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Out of all the social networks available to nonprofits, it’s hard to beat Twitter for one-on-one conversation and engagement. No algorithm controls what’s seen and not seen, with millions of potential and current donors, volunteers, employees and other supporters just a few keystrokes away.

Here are five quick and easy things you can do to boost your nonprofit’s Twitter activity:

1. Add “Tweets by @username” to your bio

Interacting with a brand on social media is just weird. You’re basically talking to a logo, with no idea who is sitting at the keyboard. A nice way to take the edge off is to be transparent about who is tweeting from your organization.

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This will help ease one-on-one conversations, especially if you’re responding to criticism.

But don’t rely on just your corporate account alone. Your employee’s should be tweeting just as much, if not more, from their personal accounts on behalf of the organization! Donation and volunteer “thank yous” will have a greater impact coming from a human account.

2. Create a dedicated Twitter landing page and add the URL to your bio

Sending referral traffic to your homepage can be like a single drop of water in the ocean. No other page on your website has as many navigation and conversion options as your homepage, and it can be difficult to get a visitor to do what you want.

As such, choosing your homepage as the URL on your Twitter bio isn’t recommended. Instead, consider adding a unique landing page like www.nonprofit.org/twitter so that you can give a personalized welcome to Twitter users who happen to click-through. You can direct them to specific information on your website that mirrors what you typically share on Twitter, giving them a seamless, cross-channel experience.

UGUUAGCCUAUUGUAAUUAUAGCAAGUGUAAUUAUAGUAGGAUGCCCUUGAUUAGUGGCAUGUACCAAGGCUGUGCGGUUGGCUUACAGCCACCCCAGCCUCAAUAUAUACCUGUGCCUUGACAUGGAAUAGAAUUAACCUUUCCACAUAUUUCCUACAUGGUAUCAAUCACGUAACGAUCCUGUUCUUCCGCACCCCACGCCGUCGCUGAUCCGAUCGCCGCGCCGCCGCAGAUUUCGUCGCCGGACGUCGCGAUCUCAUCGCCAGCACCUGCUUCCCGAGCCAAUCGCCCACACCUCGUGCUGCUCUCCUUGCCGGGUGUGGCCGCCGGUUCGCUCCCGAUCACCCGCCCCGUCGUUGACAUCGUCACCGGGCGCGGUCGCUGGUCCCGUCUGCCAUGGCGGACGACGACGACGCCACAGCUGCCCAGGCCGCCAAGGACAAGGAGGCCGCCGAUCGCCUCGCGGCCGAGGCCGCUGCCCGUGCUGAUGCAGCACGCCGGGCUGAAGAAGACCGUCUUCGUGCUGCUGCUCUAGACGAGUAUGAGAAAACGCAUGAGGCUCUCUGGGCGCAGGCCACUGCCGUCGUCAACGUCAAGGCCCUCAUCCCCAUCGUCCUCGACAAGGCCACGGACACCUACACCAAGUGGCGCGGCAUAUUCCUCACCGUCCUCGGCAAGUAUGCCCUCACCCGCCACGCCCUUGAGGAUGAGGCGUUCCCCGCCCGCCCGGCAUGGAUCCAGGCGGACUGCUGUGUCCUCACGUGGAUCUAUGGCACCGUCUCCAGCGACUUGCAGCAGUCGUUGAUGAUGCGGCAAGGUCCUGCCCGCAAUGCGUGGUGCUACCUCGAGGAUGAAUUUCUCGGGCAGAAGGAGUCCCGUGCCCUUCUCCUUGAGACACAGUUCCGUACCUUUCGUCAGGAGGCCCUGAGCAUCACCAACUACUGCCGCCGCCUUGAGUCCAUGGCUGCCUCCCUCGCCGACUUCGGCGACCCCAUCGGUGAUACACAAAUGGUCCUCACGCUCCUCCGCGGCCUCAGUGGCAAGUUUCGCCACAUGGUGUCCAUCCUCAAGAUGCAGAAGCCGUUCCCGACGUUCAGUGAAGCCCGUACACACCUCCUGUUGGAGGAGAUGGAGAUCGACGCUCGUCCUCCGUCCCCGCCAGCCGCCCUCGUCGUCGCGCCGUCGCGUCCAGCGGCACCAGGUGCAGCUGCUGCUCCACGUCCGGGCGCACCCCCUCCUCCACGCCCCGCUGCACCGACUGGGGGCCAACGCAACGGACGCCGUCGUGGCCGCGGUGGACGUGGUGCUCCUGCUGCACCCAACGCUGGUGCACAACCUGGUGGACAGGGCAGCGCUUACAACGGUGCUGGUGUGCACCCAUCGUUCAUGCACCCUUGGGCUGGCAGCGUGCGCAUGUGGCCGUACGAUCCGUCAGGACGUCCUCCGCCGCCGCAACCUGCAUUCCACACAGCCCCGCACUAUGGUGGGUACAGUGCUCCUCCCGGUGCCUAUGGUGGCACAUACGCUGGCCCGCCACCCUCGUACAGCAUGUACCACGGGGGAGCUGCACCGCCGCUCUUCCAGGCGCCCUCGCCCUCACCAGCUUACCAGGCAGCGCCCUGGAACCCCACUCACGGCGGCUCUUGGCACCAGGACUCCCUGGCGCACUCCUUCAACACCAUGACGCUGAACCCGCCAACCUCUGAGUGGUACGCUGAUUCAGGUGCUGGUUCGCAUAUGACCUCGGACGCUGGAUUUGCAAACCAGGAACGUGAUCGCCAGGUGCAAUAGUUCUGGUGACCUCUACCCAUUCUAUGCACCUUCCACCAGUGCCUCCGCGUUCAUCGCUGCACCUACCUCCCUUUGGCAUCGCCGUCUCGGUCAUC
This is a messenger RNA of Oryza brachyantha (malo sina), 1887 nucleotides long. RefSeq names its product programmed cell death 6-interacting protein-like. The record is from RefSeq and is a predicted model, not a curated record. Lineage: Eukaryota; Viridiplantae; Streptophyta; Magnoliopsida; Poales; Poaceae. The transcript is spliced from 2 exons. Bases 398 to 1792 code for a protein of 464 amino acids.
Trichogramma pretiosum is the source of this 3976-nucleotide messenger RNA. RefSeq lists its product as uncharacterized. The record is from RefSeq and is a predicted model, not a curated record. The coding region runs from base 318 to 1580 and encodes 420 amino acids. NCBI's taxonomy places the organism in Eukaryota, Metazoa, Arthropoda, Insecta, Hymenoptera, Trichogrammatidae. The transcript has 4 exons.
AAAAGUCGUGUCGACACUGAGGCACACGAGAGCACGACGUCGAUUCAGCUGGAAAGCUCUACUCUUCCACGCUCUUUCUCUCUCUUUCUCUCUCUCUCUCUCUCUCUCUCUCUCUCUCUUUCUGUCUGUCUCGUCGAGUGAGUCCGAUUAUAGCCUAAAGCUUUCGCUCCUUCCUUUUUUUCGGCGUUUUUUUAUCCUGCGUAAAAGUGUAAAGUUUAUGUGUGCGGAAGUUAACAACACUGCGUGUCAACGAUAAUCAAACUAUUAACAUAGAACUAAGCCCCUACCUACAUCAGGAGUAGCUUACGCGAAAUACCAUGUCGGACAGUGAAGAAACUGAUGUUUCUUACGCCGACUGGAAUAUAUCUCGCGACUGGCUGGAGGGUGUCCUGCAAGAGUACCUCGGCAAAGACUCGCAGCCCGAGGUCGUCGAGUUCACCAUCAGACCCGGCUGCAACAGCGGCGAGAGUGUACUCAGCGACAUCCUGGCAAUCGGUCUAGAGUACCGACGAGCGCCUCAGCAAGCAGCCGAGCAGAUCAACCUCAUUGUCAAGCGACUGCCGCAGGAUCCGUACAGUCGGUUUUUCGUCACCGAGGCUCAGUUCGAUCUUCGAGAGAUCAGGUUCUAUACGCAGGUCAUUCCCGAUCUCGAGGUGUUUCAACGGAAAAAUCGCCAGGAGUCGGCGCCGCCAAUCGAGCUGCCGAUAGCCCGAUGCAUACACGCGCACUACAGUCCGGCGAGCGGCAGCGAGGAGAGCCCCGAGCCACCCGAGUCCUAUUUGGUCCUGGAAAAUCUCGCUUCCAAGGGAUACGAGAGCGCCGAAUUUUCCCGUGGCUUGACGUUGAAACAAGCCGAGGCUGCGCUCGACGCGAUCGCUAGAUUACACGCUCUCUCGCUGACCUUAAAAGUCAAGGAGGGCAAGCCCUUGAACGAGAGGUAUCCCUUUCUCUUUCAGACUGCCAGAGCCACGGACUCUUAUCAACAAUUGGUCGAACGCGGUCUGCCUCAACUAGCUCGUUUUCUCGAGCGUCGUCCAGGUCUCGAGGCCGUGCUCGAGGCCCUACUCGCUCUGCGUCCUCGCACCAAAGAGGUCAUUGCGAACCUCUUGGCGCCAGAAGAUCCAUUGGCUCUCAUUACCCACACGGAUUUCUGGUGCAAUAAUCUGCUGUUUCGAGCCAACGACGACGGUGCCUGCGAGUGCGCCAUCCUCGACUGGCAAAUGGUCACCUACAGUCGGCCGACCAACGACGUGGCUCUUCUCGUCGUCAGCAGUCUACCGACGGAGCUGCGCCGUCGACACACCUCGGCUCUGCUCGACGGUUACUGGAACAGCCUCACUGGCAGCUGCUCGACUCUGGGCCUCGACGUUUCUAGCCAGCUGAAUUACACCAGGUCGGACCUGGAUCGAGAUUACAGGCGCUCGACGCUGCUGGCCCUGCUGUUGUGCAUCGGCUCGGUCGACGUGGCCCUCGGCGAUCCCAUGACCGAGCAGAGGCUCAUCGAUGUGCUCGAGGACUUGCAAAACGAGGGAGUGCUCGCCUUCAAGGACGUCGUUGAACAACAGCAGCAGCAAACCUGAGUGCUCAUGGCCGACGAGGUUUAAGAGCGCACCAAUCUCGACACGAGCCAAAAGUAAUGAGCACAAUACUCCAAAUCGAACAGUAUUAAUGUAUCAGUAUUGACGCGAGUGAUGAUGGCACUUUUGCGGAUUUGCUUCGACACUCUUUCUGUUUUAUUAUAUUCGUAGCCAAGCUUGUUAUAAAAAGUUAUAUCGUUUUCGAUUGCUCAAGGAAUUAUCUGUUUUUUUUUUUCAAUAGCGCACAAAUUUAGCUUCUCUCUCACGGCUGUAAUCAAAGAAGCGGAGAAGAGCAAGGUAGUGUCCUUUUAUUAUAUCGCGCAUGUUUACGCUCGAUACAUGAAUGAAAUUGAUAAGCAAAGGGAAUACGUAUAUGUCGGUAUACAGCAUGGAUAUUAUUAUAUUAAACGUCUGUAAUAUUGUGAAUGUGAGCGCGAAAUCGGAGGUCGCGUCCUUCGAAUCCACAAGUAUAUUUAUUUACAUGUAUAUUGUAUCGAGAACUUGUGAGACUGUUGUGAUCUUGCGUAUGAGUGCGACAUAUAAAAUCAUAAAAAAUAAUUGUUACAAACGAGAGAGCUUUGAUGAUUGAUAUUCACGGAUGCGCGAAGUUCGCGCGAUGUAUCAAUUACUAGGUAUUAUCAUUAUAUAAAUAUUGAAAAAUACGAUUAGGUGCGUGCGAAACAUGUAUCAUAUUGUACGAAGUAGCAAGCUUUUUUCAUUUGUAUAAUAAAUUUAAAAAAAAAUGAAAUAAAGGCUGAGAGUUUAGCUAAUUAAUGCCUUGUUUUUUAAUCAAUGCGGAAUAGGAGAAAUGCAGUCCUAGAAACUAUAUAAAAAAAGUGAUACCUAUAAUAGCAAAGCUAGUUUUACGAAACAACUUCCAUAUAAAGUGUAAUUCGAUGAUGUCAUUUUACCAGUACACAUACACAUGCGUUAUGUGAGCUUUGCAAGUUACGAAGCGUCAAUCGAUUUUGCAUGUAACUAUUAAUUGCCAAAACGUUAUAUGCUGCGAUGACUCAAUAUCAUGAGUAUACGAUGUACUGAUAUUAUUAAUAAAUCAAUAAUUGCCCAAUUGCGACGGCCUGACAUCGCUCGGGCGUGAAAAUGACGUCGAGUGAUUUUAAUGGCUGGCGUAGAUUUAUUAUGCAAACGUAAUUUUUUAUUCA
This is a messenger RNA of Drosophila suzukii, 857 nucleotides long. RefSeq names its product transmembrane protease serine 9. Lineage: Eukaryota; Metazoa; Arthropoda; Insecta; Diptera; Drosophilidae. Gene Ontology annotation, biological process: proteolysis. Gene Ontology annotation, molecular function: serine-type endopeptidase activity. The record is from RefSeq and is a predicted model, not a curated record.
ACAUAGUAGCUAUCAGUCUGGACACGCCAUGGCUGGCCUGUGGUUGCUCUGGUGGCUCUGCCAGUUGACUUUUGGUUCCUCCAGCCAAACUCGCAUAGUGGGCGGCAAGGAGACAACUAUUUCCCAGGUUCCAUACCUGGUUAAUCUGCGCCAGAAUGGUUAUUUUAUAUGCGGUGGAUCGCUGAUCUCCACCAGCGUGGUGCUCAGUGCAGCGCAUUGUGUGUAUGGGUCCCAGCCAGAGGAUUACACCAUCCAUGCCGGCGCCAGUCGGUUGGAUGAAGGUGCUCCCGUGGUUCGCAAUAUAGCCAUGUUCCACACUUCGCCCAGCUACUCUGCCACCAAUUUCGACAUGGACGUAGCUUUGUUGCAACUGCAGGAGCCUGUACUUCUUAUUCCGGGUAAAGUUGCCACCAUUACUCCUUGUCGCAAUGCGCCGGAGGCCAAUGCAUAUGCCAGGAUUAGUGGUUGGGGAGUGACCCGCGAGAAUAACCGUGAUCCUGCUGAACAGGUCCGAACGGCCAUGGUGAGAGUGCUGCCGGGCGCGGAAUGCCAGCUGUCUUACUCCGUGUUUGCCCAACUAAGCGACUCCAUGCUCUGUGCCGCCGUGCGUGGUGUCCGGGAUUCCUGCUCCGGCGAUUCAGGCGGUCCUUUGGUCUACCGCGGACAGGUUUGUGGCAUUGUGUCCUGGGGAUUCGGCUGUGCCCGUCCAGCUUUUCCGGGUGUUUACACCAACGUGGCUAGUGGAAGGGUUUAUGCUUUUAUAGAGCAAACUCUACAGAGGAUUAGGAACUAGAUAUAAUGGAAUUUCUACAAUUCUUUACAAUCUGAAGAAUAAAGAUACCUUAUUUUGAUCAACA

For more social media tips, check out these 4 LinkedIn Hacks for Nonprofits >>

3. Include a photo with every tweet

This is an incredibly under-rated tactic, which works to the advantage of those who take the time to do it. Every tweet should include an uploaded photo (not just a link to a photo).

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Why?

Photos automatically display in users’ timelines and expand the real estate that your tweet takes up. It immediately stands out among all other tweets.

Photo Tweet

See how this tweet with a photo stands out among all of the other plain-text tweets?

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You can even include a photo in tweets that include another link.

4. Ask for Twitter @usernames on donation/sign-up forms

Twitter is an awesome place to show appreciation to those who support you. Why not ask for Twitter @usernames on your donation forms? You can make it an optional field with the rest of your contact info. If they give you one, send them a thank you tweet!

Since Twitter is inherently an exhibitionist network, chances are they will retweet your thank you, further increasing your visibility. But, most importantly, it will make them feel good.

5. Find out when it’s best to send a tweet from your organization

This isn’t as hard as it sounds, and everyone can do it for free!

To find the best day of the week to tweet, check Twitter Analytics. You can eyeball which day has gotten the most impressions.

Twitter Analytics

To find the best time of day to tweet, follow these instructions. Data is your best friend!

Is your organization using Twitter in unique ways? Let us know in the comments below!

Want to start measuring your social media performance? Download our Social Media Performance Scorecard to self-report your social media metrics. And while you’re at it, follow @BloomerangTech on Twitter.

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Steven Shattuck

Steven Shattuck

Chief Engagement Officer at Bloomerang
Steven Shattuck is Chief Engagement Officer at Bloomerang. A prolific writer and speaker, Steven is a contributor to "Fundraising Principles and Practice: Second Edition" and volunteers his time on the Project Work Group of the Fundraising Effectiveness Project, is an AFP Center for Fundraising Innovation (CFI) committee member, and sits on the faculty of the Institute for Charitable Giving. He is the author of Robots Make Bad Fundraisers - How Nonprofits Can Maintain the Heart in the Digital Age, published by Bold and Bright Media.